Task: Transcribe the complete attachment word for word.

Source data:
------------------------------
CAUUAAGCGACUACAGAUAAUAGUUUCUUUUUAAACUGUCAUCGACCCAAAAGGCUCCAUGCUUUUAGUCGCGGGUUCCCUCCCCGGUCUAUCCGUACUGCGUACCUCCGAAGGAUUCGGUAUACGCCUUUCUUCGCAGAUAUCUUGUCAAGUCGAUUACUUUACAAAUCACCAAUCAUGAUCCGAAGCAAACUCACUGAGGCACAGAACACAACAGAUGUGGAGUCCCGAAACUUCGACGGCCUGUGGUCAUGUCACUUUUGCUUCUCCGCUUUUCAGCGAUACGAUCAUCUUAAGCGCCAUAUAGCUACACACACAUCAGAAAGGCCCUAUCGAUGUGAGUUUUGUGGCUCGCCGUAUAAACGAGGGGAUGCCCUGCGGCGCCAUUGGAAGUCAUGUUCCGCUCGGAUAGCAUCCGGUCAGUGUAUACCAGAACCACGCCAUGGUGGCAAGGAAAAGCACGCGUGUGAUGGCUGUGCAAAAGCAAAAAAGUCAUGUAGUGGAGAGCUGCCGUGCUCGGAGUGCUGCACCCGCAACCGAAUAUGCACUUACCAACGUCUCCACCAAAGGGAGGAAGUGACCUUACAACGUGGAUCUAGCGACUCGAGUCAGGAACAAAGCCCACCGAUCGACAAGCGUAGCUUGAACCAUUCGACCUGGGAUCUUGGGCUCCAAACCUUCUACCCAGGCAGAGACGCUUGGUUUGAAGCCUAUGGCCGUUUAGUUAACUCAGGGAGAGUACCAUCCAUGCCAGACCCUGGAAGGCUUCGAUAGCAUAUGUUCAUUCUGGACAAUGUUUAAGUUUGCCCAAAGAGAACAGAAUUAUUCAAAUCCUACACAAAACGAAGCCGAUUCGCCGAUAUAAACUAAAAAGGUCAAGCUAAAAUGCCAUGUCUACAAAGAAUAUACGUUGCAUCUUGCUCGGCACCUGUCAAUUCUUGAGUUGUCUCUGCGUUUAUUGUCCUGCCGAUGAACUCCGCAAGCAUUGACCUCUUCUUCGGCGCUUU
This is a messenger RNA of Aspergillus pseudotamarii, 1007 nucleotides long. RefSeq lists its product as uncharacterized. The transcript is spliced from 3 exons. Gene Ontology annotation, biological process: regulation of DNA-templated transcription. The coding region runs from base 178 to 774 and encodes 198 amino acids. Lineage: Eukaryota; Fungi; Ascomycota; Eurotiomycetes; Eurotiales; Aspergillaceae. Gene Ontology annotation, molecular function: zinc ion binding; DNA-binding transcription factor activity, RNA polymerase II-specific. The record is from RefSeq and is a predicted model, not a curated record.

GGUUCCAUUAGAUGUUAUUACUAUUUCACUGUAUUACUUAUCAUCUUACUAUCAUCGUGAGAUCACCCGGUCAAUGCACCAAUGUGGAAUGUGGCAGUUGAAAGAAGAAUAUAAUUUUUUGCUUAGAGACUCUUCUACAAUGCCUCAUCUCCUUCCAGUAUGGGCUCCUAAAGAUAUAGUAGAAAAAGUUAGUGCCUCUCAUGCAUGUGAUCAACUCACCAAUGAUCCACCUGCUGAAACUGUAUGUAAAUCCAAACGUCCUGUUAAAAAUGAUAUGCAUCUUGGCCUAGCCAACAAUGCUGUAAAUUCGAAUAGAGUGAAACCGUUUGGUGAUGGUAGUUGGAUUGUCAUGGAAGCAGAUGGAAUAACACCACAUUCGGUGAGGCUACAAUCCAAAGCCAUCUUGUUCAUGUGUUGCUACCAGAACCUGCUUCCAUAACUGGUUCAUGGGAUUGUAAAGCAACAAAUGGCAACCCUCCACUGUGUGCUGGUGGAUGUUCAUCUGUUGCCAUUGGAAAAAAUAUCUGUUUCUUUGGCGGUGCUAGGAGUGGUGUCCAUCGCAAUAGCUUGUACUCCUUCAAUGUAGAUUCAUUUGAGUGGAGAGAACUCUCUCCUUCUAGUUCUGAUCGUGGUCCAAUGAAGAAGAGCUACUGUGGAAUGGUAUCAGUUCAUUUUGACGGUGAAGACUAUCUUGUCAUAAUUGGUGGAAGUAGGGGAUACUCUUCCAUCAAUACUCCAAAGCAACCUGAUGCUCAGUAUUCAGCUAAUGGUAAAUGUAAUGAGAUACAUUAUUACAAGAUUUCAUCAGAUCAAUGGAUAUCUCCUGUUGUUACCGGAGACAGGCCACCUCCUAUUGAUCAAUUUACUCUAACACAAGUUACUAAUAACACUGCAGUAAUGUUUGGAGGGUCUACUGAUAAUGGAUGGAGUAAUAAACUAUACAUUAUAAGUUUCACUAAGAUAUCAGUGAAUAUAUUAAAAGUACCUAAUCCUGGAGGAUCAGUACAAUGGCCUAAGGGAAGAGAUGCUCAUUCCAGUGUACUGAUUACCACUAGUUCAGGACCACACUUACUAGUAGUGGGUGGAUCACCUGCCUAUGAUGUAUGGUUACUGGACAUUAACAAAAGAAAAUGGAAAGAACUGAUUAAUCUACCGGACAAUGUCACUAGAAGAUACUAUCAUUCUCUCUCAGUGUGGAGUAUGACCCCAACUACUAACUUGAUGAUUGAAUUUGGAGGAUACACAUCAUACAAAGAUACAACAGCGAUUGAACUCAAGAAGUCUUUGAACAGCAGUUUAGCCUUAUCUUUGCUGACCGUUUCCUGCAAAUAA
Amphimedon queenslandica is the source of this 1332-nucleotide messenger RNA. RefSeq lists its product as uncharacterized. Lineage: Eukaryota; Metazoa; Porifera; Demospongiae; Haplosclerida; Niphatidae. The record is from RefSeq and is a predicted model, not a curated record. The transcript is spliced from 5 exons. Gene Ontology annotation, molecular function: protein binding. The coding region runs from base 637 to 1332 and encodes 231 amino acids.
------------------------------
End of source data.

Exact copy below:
CAUUAAGCGACUACAGAUAAUAGUUUCUUUUUAAACUGUCAUCGACCCAAAAGGCUCCAUGCUUUUAGUCGCGGGUUCCCUCCCCGGUCUAUCCGUACUGCGUACCUCCGAAGGAUUCGGUAUACGCCUUUCUUCGCAGAUAUCUUGUCAAGUCGAUUACUUUACAAAUCACCAAUCAUGAUCCGAAGCAAACUCACUGAGGCACAGAACACAACAGAUGUGGAGUCCCGAAACUUCGACGGCCUGUGGUCAUGUCACUUUUGCUUCUCCGCUUUUCAGCGAUACGAUCAUCUUAAGCGCCAUAUAGCUACACACACAUCAGAAAGGCCCUAUCGAUGUGAGUUUUGUGGCUCGCCGUAUAAACGAGGGGAUGCCCUGCGGCGCCAUUGGAAGUCAUGUUCCGCUCGGAUAGCAUCCGGUCAGUGUAUACCAGAACCACGCCAUGGUGGCAAGGAAAAGCACGCGUGUGAUGGCUGUGCAAAAGCAAAAAAGUCAUGUAGUGGAGAGCUGCCGUGCUCGGAGUGCUGCACCCGCAACCGAAUAUGCACUUACCAACGUCUCCACCAAAGGGAGGAAGUGACCUUACAACGUGGAUCUAGCGACUCGAGUCAGGAACAAAGCCCACCGAUCGACAAGCGUAGCUUGAACCAUUCGACCUGGGAUCUUGGGCUCCAAACCUUCUACCCAGGCAGAGACGCUUGGUUUGAAGCCUAUGGCCGUUUAGUUAACUCAGGGAGAGUACCAUCCAUGCCAGACCCUGGAAGGCUUCGAUAGCAUAUGUUCAUUCUGGACAAUGUUUAAGUUUGCCCAAAGAGAACAGAAUUAUUCAAAUCCUACACAAAACGAAGCCGAUUCGCCGAUAUAAACUAAAAAGGUCAAGCUAAAAUGCCAUGUCUACAAAGAAUAUACGUUGCAUCUUGCUCGGCACCUGUCAAUUCUUGAGUUGUCUCUGCGUUUAUUGUCCUGCCGAUGAACUCCGCAAGCAUUGACCUCUUCUUCGGCGCUUU
This is a messenger RNA of Aspergillus pseudotamarii, 1007 nucleotides long. RefSeq lists its product as uncharacterized. The transcript is spliced from 3 exons. Gene Ontology annotation, biological process: regulation of DNA-templated transcription. The coding region runs from base 178 to 774 and encodes 198 amino acids. Lineage: Eukaryota; Fungi; Ascomycota; Eurotiomycetes; Eurotiales; Aspergillaceae. Gene Ontology annotation, molecular function: zinc ion binding; DNA-binding transcription factor activity, RNA polymerase II-specific. The record is from RefSeq and is a predicted model, not a curated record.

GGUUCCAUUAGAUGUUAUUACUAUUUCACUGUAUUACUUAUCAUCUUACUAUCAUCGUGAGAUCACCCGGUCAAUGCACCAAUGUGGAAUGUGGCAGUUGAAAGAAGAAUAUAAUUUUUUGCUUAGAGACUCUUCUACAAUGCCUCAUCUCCUUCCAGUAUGGGCUCCUAAAGAUAUAGUAGAAAAAGUUAGUGCCUCUCAUGCAUGUGAUCAACUCACCAAUGAUCCACCUGCUGAAACUGUAUGUAAAUCCAAACGUCCUGUUAAAAAUGAUAUGCAUCUUGGCCUAGCCAACAAUGCUGUAAAUUCGAAUAGAGUGAAACCGUUUGGUGAUGGUAGUUGGAUUGUCAUGGAAGCAGAUGGAAUAACACCACAUUCGGUGAGGCUACAAUCCAAAGCCAUCUUGUUCAUGUGUUGCUACCAGAACCUGCUUCCAUAACUGGUUCAUGGGAUUGUAAAGCAACAAAUGGCAACCCUCCACUGUGUGCUGGUGGAUGUUCAUCUGUUGCCAUUGGAAAAAAUAUCUGUUUCUUUGGCGGUGCUAGGAGUGGUGUCCAUCGCAAUAGCUUGUACUCCUUCAAUGUAGAUUCAUUUGAGUGGAGAGAACUCUCUCCUUCUAGUUCUGAUCGUGGUCCAAUGAAGAAGAGCUACUGUGGAAUGGUAUCAGUUCAUUUUGACGGUGAAGACUAUCUUGUCAUAAUUGGUGGAAGUAGGGGAUACUCUUCCAUCAAUACUCCAAAGCAACCUGAUGCUCAGUAUUCAGCUAAUGGUAAAUGUAAUGAGAUACAUUAUUACAAGAUUUCAUCAGAUCAAUGGAUAUCUCCUGUUGUUACCGGAGACAGGCCACCUCCUAUUGAUCAAUUUACUCUAACACAAGUUACUAAUAACACUGCAGUAAUGUUUGGAGGGUCUACUGAUAAUGGAUGGAGUAAUAAACUAUACAUUAUAAGUUUCACUAAGAUAUCAGUGAAUAUAUUAAAAGUACCUAAUCCUGGAGGAUCAGUACAAUGGCCUAAGGGAAGAGAUGCUCAUUCCAGUGUACUGAUUACCACUAGUUCAGGACCACACUUACUAGUAGUGGGUGGAUCACCUGCCUAUGAUGUAUGGUUACUGGACAUUAACAAAAGAAAAUGGAAAGAACUGAUUAAUCUACCGGACAAUGUCACUAGAAGAUACUAUCAUUCUCUCUCAGUGUGGAGUAUGACCCCAACUACUAACUUGAUGAUUGAAUUUGGAGGAUACACAUCAUACAAAGAUACAACAGCGAUUGAACUCAAGAAGUCUUUGAACAGCAGUUUAGCCUUAUCUUUGCUGACCGUUUCCUGCAAAUAA
Amphimedon queenslandica is the source of this 1332-nucleotide messenger RNA. RefSeq lists its product as uncharacterized. Lineage: Eukaryota; Metazoa; Porifera; Demospongiae; Haplosclerida; Niphatidae. The record is from RefSeq and is a predicted model, not a curated record. The transcript is spliced from 5 exons. Gene Ontology annotation, molecular function: protein binding. The coding region runs from base 637 to 1332 and encodes 231 amino acids.